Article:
Restoring our Economy through Energy Efficiency Investments in Transportation | Alliance to Save Energy

Restoring our Economy through Energy Efficiency Investments in Transportation

Alliance blog

For several years, the U.S. transportation sector has been on the verge of a transformation due to a rapid emergence of new technologies, business models, and innovations. This technological revolution challenges us to reinvent our transportation system to be more efficient, productive, cleaner, and accessible. Strong, well-designed infrastructure is a fundamental requirement to achieve it. That’s why we are encouraged to see leaders in both parties, including President Donald Trump and Speaker of the House Nancy Pelosi, push for long-term investment in infrastructure as a central element of the post-COVID-19 economic recovery.

In 2018, the Alliance’s 50x50 Transportation Commission published a report of policy recommendations supporting the 50x50 vision of reducing energy use in transportation by half by 2050. While Congress looks at ways to stimulate the economy, we are urging lawmakers to proactively prepare the U.S. for a 50x50 future by making infrastructure a pillar of future stimulus legislation while recognizing that the transportation sector is changing rapidly, and infrastructure development needs to anticipate future needs. This will enable the integration of new technologies and transportation methods to make our infrastructure more flexible and efficient.

Informed by the Commission’s recommendations, the Alliance and its 50x50 Action Network, a diverse group of stakeholders advocating for policies that advance the 50x50 vision, have developed five key priorities for Congress to consider as it moves to phase four of the recovery and stimulus legislation:

  • Building out electrification infrastructure: An aggressive campaign to build out electrification infrastructure will create jobs and improve air quality while realizing deep savings for Americans. Congress should prioritize investments in charging infrastructure along the National Highway System and renew tax credits that encourage EV ownership.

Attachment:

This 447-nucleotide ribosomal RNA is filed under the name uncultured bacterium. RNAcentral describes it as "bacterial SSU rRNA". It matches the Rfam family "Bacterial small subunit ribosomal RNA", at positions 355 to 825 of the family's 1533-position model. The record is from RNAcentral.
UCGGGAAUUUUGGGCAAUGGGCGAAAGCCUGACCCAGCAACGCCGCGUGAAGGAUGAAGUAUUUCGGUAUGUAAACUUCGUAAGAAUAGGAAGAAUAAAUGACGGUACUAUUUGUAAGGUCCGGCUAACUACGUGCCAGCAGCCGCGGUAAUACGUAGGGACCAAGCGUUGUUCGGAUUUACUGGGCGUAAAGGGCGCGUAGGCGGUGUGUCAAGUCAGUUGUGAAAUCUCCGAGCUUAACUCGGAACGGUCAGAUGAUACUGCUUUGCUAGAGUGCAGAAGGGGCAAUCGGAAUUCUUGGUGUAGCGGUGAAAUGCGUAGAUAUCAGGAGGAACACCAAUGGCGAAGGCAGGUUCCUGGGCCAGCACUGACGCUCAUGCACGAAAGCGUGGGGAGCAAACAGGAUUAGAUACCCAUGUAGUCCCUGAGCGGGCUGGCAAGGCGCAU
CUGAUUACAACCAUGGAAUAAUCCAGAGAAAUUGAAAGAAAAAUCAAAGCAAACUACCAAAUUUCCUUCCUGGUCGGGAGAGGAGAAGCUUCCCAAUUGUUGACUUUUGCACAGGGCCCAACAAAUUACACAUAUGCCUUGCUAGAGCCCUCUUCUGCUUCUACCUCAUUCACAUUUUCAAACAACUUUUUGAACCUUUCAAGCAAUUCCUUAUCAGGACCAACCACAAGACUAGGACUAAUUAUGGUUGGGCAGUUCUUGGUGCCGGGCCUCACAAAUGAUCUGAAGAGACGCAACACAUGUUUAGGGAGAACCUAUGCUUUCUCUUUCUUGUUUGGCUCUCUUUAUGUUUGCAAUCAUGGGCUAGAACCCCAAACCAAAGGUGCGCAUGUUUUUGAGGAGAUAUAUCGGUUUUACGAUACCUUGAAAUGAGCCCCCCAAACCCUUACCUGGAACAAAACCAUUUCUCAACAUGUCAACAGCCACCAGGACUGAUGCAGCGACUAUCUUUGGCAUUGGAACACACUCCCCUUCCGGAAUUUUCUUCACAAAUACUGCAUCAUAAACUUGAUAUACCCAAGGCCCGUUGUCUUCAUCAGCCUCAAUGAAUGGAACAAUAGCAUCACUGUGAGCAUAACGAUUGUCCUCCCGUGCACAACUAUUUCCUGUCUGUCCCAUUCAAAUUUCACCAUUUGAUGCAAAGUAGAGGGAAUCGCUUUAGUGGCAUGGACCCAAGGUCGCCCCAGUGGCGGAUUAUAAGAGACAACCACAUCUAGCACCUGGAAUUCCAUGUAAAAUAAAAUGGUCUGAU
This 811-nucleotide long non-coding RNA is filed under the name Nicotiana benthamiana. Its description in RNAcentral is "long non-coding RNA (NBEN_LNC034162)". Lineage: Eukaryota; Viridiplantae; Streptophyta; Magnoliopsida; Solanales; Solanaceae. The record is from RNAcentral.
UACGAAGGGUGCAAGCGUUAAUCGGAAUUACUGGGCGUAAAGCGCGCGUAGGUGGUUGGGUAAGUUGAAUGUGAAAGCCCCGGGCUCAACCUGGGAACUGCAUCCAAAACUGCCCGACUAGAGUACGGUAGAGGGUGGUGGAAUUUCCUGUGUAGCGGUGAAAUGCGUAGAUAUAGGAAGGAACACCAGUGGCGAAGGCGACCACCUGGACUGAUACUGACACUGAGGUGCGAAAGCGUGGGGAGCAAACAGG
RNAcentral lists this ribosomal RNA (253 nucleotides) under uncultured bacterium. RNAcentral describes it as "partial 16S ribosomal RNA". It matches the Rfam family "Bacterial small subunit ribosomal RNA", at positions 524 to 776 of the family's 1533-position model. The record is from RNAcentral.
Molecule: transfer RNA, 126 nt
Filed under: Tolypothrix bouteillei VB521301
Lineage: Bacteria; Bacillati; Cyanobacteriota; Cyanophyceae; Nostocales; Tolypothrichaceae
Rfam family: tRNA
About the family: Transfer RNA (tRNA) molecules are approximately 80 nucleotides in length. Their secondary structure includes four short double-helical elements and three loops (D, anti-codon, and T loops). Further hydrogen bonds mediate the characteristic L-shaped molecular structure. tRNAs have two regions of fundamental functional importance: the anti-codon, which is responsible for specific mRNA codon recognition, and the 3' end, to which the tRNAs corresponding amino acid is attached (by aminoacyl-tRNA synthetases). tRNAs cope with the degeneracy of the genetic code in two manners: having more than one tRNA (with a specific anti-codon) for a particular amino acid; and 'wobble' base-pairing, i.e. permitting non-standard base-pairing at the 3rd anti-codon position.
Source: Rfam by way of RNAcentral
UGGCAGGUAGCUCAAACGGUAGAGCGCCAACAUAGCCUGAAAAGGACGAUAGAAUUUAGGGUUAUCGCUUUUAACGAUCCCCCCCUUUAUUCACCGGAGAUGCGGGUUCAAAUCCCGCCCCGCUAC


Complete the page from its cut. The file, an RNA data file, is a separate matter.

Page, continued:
• Reauthorizing key grant programs: Better Utilizing Investments to Leverage Development (BUILD) Grants and Surface Transportation Block Grants need more funding to drive the installation of advanced vehicle fueling infrastructure for consumers, public transit, and freight. Program eligibility should be expanded to explicitly target energy efficiency as a key objective and include projects that electrify transportation systems.
  • Investing in public transit: Public transit can generate and sustain 50,000 jobs for every $1 billion invested. We should invest in programs that help clear the $100 billion backlog of projects needed to bring transit systems to a state of good repair and those that encourage renewal of bus transit fleets and facilities. 
  • Port and airport modernization: Ports and airports contribute $4.6 trillion in economic activity – roughly one quarter of our economy. Investment in modernizing ports and airports can save significantly on fuel costs. Ports need grant funding to tackle projects that would reduce emissions, especially those that focus on electrification.
  • Investing in emerging technologies and trends: New technologies and business models – such as automation, big data, and ridesharing – have upended our transportation system, and our 20th century infrastructure is not adequate. The Department of Transportation needs to research how these trends affect overall energy use, and it needs funding to do it.  We can also get ahead of one major trend by investing in the development and application of advanced technologies for medium- and heavy-duty vehicles to cut down on growing freight fuel use that will surpass passenger vehicle emissions by 2050. 

This is a rare bipartisan opportunity to deliver a down payment on a 21st century transportation system that is more efficient, cost-effective, and equitable. Infrastructure investments won’t just help our economy get back on its feet in the short term, they will impact the economy and our environment for decades. Congress and the administration may act quickly for the next phase of stimulus, so now is the time to join us to advocate for a transportation and infrastructure vision that puts jobs and improved efficiency first.

If you are interested in learning more or being part of our work, please contact Alexander Ratner of the Alliance to Save Energy at aratner@ase.org.